During transition you are likely to get smaller volumes of sperm and eggs from each animal and likely to receive smaller percentages of cleavage. The urchins are more easily stressed and need more careful handling than usual, including acclimation.
There may be an interval of a few weeks when both species are infertile, and we cease shipping. A phone call to check on current urchin fertility is advisable. We will be most happy to help you plan your lab around the time you are most likely to receive fertile urchins, but long range projections are anyone’s guess.
To insure that our urchins arrive alive, unbroken, and in a usable condition, they are carefully packed in several layers of plastic bags of seawater and charged with oxygen. During warmer weather, ice is packed to retard premature gamete discharge.
Care and Handling Of Arbacia and Lytechinus Eggs
1. Sea urchins can be easily held in the laboratory in running sea water or in clean aerated sea water.
2. The animals may be induced to spawn by several methods. The following has proven to be most effective. Prepare a solution of 0.5M K Cl. Isolate the animals. Inject the solution through the soft tissue surrounding the mouth, and if the “orange” eggs begin to appear, invert the animal over a fingerbowl of sea water. If the “white” sperm appears, collect it “dry” in a watchglass on wet ice.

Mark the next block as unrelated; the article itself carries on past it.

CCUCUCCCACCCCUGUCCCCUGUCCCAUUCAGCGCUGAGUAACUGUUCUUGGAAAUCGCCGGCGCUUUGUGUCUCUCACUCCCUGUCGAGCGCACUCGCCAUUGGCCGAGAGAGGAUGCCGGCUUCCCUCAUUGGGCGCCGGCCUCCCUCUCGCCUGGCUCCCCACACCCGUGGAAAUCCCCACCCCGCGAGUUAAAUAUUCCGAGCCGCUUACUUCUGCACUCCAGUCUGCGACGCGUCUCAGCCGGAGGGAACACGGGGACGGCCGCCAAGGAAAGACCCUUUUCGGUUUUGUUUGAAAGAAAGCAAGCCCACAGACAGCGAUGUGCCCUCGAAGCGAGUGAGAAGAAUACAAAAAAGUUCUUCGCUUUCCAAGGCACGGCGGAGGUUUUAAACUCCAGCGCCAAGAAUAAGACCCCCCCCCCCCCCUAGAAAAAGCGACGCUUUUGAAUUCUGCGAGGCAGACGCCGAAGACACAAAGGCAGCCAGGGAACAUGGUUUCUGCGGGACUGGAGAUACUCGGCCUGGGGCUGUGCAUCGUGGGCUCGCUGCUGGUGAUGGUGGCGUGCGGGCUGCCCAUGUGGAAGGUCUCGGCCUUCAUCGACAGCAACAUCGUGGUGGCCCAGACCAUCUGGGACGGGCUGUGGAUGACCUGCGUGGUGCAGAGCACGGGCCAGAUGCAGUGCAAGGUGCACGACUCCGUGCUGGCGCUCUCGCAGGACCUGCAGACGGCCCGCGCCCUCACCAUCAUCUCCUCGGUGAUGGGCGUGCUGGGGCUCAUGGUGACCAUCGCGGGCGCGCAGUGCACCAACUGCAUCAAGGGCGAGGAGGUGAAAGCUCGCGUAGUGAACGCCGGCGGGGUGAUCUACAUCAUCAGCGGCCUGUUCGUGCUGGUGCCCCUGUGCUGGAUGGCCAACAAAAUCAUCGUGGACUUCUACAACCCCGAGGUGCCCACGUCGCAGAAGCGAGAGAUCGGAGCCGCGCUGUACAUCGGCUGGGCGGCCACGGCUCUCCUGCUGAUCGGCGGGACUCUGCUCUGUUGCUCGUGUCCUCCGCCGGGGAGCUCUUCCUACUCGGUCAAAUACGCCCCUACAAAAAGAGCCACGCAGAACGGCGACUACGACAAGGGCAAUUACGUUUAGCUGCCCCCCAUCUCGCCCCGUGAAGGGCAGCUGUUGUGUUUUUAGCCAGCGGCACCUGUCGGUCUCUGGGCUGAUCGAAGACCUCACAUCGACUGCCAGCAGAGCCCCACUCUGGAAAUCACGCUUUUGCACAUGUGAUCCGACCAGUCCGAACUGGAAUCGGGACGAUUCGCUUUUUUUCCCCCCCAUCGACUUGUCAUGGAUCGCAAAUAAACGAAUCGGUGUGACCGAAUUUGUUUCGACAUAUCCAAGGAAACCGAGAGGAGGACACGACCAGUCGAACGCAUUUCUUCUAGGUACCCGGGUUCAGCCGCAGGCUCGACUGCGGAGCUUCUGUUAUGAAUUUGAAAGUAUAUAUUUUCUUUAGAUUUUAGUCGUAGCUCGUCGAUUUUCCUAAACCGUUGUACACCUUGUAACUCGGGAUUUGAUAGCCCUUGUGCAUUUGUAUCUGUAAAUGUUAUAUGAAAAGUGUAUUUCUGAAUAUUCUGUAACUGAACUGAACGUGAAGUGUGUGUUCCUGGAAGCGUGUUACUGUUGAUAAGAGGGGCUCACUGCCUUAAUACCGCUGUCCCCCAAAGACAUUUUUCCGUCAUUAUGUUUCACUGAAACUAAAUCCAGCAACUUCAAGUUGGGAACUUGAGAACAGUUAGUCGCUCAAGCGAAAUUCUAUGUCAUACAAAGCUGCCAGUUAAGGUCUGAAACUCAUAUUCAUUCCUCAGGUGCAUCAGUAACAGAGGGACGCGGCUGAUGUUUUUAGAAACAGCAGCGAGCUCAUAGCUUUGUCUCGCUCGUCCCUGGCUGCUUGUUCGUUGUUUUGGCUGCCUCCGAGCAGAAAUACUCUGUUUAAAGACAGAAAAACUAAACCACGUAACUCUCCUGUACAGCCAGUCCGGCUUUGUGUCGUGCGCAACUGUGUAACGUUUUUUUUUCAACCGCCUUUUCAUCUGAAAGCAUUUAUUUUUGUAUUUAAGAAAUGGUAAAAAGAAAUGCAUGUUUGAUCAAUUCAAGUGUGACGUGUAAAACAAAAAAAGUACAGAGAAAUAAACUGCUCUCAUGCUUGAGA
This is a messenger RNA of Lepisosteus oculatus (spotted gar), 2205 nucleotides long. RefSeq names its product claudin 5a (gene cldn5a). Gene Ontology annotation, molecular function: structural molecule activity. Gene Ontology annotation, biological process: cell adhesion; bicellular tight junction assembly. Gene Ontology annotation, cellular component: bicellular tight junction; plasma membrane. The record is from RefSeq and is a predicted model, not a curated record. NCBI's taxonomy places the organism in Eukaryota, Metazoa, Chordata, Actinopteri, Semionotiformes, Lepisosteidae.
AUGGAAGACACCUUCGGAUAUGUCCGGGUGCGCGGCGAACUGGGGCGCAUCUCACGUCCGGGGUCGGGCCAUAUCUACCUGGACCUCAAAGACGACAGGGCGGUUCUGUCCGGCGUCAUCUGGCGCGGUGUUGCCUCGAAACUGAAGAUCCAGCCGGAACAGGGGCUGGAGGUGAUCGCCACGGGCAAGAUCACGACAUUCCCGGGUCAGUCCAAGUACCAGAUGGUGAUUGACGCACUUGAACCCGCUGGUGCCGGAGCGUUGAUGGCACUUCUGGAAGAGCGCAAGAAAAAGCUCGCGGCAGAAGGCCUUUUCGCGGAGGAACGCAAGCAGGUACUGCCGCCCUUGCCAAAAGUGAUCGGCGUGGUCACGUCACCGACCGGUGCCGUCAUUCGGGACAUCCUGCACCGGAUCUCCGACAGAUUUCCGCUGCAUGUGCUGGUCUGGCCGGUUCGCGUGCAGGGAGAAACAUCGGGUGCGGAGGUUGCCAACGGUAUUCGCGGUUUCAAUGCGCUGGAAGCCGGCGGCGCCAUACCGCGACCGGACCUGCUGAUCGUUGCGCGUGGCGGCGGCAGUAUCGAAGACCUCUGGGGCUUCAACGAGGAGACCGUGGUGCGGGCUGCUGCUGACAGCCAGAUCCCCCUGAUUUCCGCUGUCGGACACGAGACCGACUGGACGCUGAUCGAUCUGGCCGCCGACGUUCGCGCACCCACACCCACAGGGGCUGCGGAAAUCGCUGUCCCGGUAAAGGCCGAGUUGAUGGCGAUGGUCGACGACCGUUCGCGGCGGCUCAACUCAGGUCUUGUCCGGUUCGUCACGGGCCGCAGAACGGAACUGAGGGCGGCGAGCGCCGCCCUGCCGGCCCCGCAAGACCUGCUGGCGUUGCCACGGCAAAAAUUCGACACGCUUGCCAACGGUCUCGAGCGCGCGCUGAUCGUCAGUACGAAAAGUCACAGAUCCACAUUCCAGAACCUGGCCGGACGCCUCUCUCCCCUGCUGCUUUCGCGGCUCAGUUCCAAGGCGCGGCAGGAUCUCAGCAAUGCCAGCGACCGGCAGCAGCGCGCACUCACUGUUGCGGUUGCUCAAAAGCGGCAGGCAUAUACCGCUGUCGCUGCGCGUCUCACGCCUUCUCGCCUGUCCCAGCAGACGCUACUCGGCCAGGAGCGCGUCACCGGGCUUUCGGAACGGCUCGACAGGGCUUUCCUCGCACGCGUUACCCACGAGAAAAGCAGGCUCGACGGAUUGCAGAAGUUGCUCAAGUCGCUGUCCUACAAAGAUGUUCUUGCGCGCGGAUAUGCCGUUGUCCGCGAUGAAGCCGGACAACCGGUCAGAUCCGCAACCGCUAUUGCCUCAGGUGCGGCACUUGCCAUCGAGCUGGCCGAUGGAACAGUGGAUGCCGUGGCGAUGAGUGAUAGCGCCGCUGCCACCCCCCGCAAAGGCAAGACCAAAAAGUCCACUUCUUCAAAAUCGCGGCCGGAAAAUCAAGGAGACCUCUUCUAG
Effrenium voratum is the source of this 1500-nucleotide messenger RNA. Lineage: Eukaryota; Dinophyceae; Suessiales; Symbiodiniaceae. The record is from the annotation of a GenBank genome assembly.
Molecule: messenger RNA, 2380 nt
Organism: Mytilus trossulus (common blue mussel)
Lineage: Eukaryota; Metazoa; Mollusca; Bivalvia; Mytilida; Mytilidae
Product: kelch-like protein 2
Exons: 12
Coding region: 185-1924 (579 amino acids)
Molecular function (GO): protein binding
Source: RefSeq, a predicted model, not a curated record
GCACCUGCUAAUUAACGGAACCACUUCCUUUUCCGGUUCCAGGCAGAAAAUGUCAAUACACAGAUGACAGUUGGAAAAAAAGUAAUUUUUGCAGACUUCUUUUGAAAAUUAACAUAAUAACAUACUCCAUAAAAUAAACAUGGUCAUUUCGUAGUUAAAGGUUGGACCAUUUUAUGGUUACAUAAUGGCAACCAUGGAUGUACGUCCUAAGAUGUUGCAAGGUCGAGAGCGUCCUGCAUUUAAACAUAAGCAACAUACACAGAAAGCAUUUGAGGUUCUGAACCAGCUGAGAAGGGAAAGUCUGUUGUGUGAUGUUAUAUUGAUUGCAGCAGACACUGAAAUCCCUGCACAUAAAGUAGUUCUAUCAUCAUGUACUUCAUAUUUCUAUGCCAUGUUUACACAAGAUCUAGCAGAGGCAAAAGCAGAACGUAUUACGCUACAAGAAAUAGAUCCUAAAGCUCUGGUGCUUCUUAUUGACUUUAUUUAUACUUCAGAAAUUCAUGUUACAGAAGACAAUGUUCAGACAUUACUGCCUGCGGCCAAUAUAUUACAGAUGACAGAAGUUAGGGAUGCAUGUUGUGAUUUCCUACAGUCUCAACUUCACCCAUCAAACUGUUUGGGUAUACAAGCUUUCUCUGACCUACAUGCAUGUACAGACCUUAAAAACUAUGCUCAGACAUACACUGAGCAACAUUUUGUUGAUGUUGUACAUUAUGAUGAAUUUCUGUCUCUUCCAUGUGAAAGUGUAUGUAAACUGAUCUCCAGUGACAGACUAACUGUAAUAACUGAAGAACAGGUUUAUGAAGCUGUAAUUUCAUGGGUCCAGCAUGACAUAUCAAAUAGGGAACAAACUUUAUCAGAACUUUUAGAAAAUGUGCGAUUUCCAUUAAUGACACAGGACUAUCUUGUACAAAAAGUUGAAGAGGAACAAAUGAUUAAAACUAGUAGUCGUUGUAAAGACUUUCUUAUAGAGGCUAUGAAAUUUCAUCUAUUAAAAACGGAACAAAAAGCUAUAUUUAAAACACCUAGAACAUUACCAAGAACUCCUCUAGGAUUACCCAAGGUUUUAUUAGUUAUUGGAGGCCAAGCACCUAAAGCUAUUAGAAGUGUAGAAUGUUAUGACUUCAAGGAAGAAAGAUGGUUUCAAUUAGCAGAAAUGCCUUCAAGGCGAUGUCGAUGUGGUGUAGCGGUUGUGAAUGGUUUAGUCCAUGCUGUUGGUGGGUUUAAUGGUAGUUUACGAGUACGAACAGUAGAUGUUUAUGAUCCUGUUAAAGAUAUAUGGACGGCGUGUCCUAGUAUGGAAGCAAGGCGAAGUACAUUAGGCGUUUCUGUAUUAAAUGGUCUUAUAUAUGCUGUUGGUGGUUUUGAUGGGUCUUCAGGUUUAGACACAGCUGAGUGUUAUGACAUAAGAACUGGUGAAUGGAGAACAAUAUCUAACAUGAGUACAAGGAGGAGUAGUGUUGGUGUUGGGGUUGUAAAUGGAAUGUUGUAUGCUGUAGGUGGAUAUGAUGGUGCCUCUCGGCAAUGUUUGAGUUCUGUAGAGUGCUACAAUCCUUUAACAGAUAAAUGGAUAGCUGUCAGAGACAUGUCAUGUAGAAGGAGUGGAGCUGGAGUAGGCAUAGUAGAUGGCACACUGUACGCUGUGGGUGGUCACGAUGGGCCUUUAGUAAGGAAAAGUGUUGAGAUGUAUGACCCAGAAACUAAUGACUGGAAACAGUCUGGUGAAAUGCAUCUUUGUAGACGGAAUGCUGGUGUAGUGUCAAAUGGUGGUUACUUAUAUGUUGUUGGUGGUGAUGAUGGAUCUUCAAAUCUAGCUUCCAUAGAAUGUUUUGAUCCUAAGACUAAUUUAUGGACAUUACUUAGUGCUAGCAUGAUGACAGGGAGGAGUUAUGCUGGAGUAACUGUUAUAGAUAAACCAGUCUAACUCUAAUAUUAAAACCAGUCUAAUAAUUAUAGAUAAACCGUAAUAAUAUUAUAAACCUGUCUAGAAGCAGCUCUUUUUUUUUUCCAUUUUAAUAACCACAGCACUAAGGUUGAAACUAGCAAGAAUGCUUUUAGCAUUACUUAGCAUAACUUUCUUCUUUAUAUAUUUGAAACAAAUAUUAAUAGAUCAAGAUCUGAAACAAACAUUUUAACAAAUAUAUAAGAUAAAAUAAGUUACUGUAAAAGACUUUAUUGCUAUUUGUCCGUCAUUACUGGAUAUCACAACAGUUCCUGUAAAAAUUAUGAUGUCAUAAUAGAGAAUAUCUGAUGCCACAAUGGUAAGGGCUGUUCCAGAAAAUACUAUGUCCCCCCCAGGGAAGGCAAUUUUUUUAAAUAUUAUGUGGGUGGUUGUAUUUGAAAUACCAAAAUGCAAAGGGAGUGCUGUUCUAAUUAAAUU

3. Mix 0.2cc (about 2 drops) of sperm in about 10cc of sea water. You must use this within 10 minutes. Add two drops of this diluted sperm to a fingerbowl of sea water containing eggs and gently stir.
4. Sperm penetration is rapid and occurs anywhere on the egg. The temperature will determine the rate at which cleavage proceeds. The first cleavage occurs (at 20 degrees C.) in about 50-55 minutes, the second in 100 minutes and the third in about 145 minutes.
Care And Feeding
Sea urchins do well in a standard marine aquarium. A powerful outside filter that assures good circulation is recommended for quantities of 50 or more (one urchin per one gallon of sea water is an ideal density). As long as their spines are erect and they’re moving about the aquarium feeding, they’re in good condition. If water quality deteriorates, their spines will collapse.
Both Arbacia and Lytechinus eat ravenously, gnawing on blue green algae, sea grass, sarguassum weed and diatoms with their powerful teeth located in their complex Aristotle’s lantern. Leafy green algae such as Ulva or Enteromorpha make the best food. Lytechinus is one of the few direct consumers of turtle grass in the marine ecosystem. The size of the gonads are directly correlated with the relative abundance of food. To some extent urchins absorb free amino acids from the sea water, and hence may stay fertile when food sources are scarce. If marine algae is not available, chopped lettuce or vitamin E enriched grain made up in small cakes of agar and placed beneath the urchins will suffice.